cais1.gif (153930 bytes)

CAIS Persian Text.gif (34162 bytes)

CAIS

The Circle of Ancient Iranian Studies


 Persian Section.PNG (9914 bytes)


Home


About CAIS


Articles


Daily News


News Archive


Announcements


CAIS Seminars


Image Library


Copyright


Disclaimer


Submission


Search


Contact Us


Links


Facebook-Button.jpg (107165 bytes)




The Persian Invasion of Greece and


 

By Thomas Setzer

 

 

Battle_of_Marathon_Greek_Double_Envelopment.png (24871 bytes)

The Battle Marathon

Achaemenid_Battleship.jpg (48263 bytes)

Beached Persian Battle Ships Marathon.jpg (25733 bytes)

Artist reconstruction of Beached Persian Battleships at Marathon

Achaemenid_Foot_slodier.gif (94131 bytes)

An armoured Persian Foot soldier

  (Click to enlarge)

 

Abstract: The Battle of Marathon took place in September 12th, 490 BCE*, during the first Persian invasion of Greece. It was fought between the citizens of Athens, aided by Plataea, and a Persian Imperial force commanded by Datis and Artaphernes.

 

It was the culmination of the first attempt by the Achaemenids' Persian Empire, under King Darius the Great, to subjugate Greece city states. The first Persian invasion was a response to Greek involvement in the Ionian Revolt against the Persian domination, when Athens and Eretria had sent a force to support the cities of Ionia in their attempt to overthrow Persian rule. The Athenians and Eretrians had succeeded in capturing and burning the Persian city of Sardis, but were then forced to retreat with heavy losses. In response to this raid, Darius the Great swore to burn down Athens and Eretria. At the time of the battle, Sparta and Athens were the two largest city states.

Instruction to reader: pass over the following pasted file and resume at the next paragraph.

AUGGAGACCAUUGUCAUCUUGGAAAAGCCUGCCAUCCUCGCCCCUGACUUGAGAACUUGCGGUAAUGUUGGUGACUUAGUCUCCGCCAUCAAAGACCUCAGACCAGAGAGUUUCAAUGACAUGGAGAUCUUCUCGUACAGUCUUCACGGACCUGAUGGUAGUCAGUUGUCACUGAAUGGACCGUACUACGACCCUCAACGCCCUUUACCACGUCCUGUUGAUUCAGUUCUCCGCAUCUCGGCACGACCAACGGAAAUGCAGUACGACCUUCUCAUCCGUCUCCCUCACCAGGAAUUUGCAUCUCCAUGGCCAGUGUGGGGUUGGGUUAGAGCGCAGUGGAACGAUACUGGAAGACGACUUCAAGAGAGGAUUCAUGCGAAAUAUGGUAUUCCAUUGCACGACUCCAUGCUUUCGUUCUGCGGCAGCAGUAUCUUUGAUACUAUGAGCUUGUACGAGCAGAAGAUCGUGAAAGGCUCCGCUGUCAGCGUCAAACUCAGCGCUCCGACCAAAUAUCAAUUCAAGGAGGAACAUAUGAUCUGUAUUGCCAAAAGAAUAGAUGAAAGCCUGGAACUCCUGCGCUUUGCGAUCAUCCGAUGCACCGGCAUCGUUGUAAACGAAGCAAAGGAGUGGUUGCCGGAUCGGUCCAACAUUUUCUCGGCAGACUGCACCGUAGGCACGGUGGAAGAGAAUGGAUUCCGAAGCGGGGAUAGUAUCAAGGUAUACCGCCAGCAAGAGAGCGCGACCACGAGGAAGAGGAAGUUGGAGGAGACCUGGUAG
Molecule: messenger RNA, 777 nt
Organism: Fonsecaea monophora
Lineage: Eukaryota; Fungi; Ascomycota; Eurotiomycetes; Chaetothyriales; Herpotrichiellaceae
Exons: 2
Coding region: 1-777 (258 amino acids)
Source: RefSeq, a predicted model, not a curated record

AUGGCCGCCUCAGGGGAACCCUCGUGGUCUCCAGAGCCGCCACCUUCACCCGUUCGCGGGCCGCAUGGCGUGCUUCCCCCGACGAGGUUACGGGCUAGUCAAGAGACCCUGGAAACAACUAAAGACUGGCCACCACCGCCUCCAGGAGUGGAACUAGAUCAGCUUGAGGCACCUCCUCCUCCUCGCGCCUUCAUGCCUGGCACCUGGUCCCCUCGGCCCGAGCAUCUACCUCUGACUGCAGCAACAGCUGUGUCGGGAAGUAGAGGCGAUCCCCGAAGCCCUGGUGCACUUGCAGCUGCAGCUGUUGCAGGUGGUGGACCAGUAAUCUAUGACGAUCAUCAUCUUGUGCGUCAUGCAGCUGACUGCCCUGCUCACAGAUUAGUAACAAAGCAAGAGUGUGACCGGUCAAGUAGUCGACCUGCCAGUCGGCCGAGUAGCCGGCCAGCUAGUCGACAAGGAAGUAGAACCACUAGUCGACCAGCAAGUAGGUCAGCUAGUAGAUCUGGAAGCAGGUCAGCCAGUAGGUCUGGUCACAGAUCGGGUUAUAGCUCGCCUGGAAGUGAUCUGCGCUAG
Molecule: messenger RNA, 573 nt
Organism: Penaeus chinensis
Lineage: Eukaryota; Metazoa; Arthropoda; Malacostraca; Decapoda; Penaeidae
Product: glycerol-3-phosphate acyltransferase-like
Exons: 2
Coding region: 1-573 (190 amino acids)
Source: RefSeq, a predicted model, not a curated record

After Darius the Great's fleet was destroyed in 492 BCE, he sent envoys to the Greek states in Spring 491 BCE, demanding that each city-state send him the earth and water of vassalage.

 

This was accepted by many of the states, from the northern Aegean to the Dardanelles, but this was refused by Athens and Sparta. With so many of the city-states submitting to him, Darius felt Greece was ready to fall to him.

 

In the spring of 490BCE, Darius assembled a fleet of over 600 ships and a large army near Tarsus. This armed force was jointly commanded by Darius' nephew Artaphernes and a Median nobleman named Datis. They had with them also an exiled Athenian named Hippias as a guide and advisor.

 

The fleet traveled through the Cyclades to Naxos, which they then assaulted and looted. The Persian fleet, having secured command of the Cyclades and the Aegean Sea, moved forward with the invasion. The fleet sailed from island to island, conscripting troops and taking hostages. The Imperial army met with only slight resistance at Carystus, the southernmost town of Euboea. The Iranians then laid siege to Eretria, and after a week of resistance, the city finally fell to a betrayal from inside the city. After the pillaging the city, they moved on to the shores of Attica.